SAN FRANCISCO -- The plot has thickened.

In another twist to an increasingly surreal relationship,

RealNetworks

(RNWK) - Get Report

officially announced Thursday that

Microsoft's

(MSFT) - Get Report

Internet Explorer 5.0 will offer its users one-click access to RealNetworks' growing stable of streaming-media programming.

The announcement contradicts -- and appears to openly defy --

comments made by Microsoft Wednesday that the software colossus is not renewing its rocky relationship with RealNetworks. Microsoft's denials followed a report in

The Wall Street Journal

citing a "renewed collaboration" with RealNetworks.

A source close to RealNetworks says Microsoft denied the relationship in an attempt to control the spin on this latest partnership between the two companies.

The new version of Microsoft's Web browser, nicknamed IE 5, will enable users of the browser to access RealNetworks' content through a "RealGuide Explorer Bar." The bar will not be directly integrated into the browser, but rather will be available for free on the

RealGuide

Web site by downloading the new

RealPlayer G2 Update 1

, or by using the auto-update feature built into the

RealPlayer G2

, RealNetworks' streaming-media player.

The RealGuide, which was revamped on March 15, acts as a sort of portal for streaming-media content. The RealGuide features links to the day's top live streaming events, as well as programming in different categories such as news, sports and money, among others.

The access to RealNetworks content is hardly a default feature on IE 5. Once the RealGuide Explorer Bar is installed, users will have to configure their browsers in a multistep process in order to integrate it into IE 5, says Rob Grady, a product manager for the RealPlayer.

RealNetworks is working on automating the integration process to make it easier for consumers to access RealNetworks content in future versions of IE 5. "That functionality is not exposed in IE 5 now," says Grady. "Third-party developers can't have it install automatically. But we're confident that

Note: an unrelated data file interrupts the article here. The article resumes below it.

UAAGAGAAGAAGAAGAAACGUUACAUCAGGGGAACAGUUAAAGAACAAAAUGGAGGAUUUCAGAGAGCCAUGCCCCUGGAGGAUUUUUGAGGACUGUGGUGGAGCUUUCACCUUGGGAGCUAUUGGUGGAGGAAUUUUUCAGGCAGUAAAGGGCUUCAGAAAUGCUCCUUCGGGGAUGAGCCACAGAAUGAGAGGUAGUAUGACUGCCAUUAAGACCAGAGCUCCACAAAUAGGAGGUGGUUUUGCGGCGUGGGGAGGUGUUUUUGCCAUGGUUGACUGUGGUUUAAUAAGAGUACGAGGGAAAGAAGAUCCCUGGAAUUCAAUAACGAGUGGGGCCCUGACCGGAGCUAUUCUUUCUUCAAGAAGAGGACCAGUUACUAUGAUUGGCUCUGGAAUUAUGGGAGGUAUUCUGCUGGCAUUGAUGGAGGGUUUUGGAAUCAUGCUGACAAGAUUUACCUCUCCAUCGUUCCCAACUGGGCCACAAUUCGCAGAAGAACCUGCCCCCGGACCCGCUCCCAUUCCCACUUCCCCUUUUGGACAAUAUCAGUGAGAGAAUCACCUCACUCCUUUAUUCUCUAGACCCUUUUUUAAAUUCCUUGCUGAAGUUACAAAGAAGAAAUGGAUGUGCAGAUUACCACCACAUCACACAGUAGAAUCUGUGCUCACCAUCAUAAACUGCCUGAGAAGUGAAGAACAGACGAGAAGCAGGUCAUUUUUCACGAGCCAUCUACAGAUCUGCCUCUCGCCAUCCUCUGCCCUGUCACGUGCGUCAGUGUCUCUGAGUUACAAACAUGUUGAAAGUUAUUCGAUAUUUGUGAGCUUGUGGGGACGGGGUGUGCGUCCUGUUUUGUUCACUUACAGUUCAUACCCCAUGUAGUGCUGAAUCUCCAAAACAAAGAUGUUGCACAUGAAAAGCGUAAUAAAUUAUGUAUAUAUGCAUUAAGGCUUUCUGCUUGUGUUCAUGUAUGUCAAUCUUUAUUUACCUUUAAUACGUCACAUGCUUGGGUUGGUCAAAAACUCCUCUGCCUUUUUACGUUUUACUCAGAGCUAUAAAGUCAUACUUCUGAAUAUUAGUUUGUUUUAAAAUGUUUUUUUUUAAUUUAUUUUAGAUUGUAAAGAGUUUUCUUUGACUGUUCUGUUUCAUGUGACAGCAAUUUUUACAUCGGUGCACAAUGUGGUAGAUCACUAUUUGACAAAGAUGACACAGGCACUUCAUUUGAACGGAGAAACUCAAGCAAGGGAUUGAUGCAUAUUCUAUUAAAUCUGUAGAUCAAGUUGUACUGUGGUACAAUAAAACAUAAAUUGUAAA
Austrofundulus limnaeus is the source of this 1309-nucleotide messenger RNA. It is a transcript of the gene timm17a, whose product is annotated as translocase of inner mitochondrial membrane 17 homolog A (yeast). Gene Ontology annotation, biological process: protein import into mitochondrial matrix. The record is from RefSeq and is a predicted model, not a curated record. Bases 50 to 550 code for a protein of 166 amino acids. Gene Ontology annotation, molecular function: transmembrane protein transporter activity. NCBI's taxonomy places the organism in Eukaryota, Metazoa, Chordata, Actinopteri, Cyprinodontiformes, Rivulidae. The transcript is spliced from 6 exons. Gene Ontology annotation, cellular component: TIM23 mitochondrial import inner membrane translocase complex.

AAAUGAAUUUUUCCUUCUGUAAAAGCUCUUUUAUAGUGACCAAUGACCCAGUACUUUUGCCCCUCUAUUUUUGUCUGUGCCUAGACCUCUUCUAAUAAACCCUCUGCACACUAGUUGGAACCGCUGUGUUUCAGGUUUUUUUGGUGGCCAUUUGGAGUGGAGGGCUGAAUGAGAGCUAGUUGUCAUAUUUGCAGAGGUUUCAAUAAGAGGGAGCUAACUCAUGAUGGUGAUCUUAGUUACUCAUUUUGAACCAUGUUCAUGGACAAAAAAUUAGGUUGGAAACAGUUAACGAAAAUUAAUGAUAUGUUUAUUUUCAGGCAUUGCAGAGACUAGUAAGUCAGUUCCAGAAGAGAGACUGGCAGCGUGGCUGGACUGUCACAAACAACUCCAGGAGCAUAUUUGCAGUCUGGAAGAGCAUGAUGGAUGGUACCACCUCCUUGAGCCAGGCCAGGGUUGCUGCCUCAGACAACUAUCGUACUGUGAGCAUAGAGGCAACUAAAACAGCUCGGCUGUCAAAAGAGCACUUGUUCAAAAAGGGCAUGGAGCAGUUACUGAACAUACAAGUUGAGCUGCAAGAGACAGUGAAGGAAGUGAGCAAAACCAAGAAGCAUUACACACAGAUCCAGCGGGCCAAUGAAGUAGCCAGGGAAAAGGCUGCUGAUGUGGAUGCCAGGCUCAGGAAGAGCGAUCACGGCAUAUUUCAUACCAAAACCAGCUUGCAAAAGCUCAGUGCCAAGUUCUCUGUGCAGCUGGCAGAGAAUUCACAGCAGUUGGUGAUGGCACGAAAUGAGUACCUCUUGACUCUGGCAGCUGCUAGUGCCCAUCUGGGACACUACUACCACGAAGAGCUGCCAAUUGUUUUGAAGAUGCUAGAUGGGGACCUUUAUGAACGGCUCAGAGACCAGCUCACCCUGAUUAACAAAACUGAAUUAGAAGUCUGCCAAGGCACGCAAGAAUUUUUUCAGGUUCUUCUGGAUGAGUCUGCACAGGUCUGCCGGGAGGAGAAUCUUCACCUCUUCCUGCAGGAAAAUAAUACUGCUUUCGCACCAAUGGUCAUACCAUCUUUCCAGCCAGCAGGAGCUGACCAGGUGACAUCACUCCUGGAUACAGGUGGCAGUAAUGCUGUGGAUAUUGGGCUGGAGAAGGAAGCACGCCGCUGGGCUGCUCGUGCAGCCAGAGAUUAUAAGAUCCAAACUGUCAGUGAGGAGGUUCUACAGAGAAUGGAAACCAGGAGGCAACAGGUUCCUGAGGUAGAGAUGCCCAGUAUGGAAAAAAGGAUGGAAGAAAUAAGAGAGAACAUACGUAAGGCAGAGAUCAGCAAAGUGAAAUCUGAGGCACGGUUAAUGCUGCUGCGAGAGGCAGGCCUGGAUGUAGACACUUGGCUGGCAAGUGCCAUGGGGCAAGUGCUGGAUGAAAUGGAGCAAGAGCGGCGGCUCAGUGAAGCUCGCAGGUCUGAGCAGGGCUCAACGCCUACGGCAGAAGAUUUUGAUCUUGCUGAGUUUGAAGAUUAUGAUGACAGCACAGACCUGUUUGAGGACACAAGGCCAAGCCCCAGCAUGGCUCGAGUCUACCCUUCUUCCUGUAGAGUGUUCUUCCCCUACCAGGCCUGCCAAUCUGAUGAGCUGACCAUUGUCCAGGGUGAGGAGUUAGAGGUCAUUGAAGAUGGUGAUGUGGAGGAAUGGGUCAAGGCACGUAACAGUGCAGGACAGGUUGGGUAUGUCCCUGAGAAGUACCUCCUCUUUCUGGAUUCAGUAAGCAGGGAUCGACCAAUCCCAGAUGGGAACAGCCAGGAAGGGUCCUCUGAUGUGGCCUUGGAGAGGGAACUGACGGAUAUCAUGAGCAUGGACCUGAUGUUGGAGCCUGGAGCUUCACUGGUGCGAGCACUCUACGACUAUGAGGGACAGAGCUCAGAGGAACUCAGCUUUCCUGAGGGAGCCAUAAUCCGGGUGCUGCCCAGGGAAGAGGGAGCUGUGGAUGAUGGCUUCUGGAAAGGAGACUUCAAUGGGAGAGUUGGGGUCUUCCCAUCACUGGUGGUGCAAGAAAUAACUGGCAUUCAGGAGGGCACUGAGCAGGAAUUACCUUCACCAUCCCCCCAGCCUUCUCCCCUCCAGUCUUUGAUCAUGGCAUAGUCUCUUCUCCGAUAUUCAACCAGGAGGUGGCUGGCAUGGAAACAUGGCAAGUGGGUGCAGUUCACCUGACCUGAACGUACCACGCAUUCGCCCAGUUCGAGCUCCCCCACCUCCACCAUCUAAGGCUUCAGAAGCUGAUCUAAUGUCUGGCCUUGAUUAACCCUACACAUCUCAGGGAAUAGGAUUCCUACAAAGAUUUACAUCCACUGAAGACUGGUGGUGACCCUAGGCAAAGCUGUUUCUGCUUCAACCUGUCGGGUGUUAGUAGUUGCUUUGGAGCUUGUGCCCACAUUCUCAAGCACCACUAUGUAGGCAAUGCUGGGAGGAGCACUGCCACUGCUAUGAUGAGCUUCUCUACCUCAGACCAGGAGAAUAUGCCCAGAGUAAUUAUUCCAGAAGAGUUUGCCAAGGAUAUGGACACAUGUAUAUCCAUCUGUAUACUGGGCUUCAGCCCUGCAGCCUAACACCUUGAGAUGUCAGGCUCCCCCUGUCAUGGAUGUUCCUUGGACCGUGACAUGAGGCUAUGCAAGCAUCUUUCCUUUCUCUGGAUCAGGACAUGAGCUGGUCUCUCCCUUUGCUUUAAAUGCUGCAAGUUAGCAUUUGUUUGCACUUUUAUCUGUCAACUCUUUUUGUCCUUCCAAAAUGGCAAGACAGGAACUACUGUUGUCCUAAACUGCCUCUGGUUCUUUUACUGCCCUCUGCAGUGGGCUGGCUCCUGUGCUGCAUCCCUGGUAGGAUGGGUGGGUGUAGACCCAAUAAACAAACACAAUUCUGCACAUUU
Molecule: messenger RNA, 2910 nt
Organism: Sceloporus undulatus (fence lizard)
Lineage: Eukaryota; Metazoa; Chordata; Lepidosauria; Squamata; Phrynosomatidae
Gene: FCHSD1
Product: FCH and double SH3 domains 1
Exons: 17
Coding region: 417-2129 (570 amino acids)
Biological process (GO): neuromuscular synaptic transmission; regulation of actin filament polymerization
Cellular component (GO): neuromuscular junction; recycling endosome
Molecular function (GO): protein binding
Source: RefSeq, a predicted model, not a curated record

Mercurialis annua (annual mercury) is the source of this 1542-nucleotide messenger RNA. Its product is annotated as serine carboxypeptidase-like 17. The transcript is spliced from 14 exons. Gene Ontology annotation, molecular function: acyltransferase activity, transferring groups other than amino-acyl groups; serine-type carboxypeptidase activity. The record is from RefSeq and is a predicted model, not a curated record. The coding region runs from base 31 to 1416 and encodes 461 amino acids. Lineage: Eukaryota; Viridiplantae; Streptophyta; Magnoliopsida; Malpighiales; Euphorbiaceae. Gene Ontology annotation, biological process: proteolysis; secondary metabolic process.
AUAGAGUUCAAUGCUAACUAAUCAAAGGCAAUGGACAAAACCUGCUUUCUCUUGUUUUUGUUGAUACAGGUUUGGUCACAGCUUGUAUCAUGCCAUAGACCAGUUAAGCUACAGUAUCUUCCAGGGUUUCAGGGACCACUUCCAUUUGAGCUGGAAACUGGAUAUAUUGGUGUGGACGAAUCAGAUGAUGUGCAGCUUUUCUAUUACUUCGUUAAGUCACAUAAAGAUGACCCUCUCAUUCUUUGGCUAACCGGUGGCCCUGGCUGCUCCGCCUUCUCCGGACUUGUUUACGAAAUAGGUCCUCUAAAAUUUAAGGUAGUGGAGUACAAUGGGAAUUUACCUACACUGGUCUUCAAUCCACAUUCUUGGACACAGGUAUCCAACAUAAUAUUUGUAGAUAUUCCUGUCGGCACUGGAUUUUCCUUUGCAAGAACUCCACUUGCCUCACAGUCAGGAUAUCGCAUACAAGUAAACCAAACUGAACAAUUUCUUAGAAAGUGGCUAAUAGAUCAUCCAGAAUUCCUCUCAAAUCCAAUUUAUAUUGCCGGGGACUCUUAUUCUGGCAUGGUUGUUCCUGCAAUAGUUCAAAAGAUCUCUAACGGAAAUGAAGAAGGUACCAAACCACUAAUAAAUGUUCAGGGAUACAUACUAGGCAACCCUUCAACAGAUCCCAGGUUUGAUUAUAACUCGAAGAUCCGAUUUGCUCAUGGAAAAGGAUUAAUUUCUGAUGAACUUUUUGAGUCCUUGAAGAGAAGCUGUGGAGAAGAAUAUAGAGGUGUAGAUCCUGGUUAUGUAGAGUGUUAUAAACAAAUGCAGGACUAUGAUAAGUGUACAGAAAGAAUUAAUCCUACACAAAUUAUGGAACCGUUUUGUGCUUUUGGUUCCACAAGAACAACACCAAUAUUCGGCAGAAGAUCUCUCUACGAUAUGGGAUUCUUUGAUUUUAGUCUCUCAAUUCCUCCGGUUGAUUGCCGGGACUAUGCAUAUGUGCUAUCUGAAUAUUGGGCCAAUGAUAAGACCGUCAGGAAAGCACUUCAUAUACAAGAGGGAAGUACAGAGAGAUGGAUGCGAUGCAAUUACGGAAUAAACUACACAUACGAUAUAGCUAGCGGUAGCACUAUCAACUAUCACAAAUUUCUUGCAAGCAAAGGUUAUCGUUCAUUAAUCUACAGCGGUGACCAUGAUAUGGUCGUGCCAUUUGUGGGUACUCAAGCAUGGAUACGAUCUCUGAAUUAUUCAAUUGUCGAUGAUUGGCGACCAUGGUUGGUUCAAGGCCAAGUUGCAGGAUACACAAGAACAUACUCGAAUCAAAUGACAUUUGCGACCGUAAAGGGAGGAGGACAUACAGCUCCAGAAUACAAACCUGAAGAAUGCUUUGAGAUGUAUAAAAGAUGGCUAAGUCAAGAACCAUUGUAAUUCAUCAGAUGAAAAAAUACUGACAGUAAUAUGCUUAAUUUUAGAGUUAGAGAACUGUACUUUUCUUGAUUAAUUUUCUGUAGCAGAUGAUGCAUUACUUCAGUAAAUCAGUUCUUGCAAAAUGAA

Microsoft will continue to improve it."

While Microsoft is gaining access to streaming content, the deal secures RealNetworks a new and powerful distribution channel. Asked if any money was changing hands in the alliance, RealNetworks spokesman Jay Wompel declined to comment on the specifics of the deal.

Microsoft officials refused to discuss the integration of IE 5 and RealNetworks content.

"I'm not comfortable commenting on the release of IE 5," says Tom Pilla, a spokesman for Microsoft. A spokeswoman from

Waggener Edstrom

, a Portland, Ore.-based public relations agency that represents Microsoft, declined to comment on the existence of any deal or relationship with RealNetworks.

However, a Microsoft executive is quoted in RealNetworks' Thursday announcement.

"We are pleased to see RealNetworks take advantage of the Explorer Bar feature of Internet Explorer 5," David Cole, vice president of the Web Client and Consumer Experience Division at Microsoft, is quoted as saying. "The RealGuide Explorer Bar will enable a broad range of streaming media programming choices for Internet Explorer 5 customers."

The stark disagreement over the terms -- or even the mere existence -- of the deal between Microsoft and RealNetworks marks the latest chapter in a stormy relationship between the two companies, which have been battling over the streaming-media software market. RealNetworks, founded by ex-Microsoft executive Rob Glaser, controls about 85% of the streaming-software market. Microsoft, which has developed its own streaming software, bought a 10% equity stake in RealNetworks early on.

But last November, Microsoft terminated the relationship, saying it would sell its stake in the company. RealNetworks CFO Paul Bialek said that over the past few months Microsoft has sold its 3.3 million shares of RealNetworks stock back into the market, increasing the company's float to 9 million shares.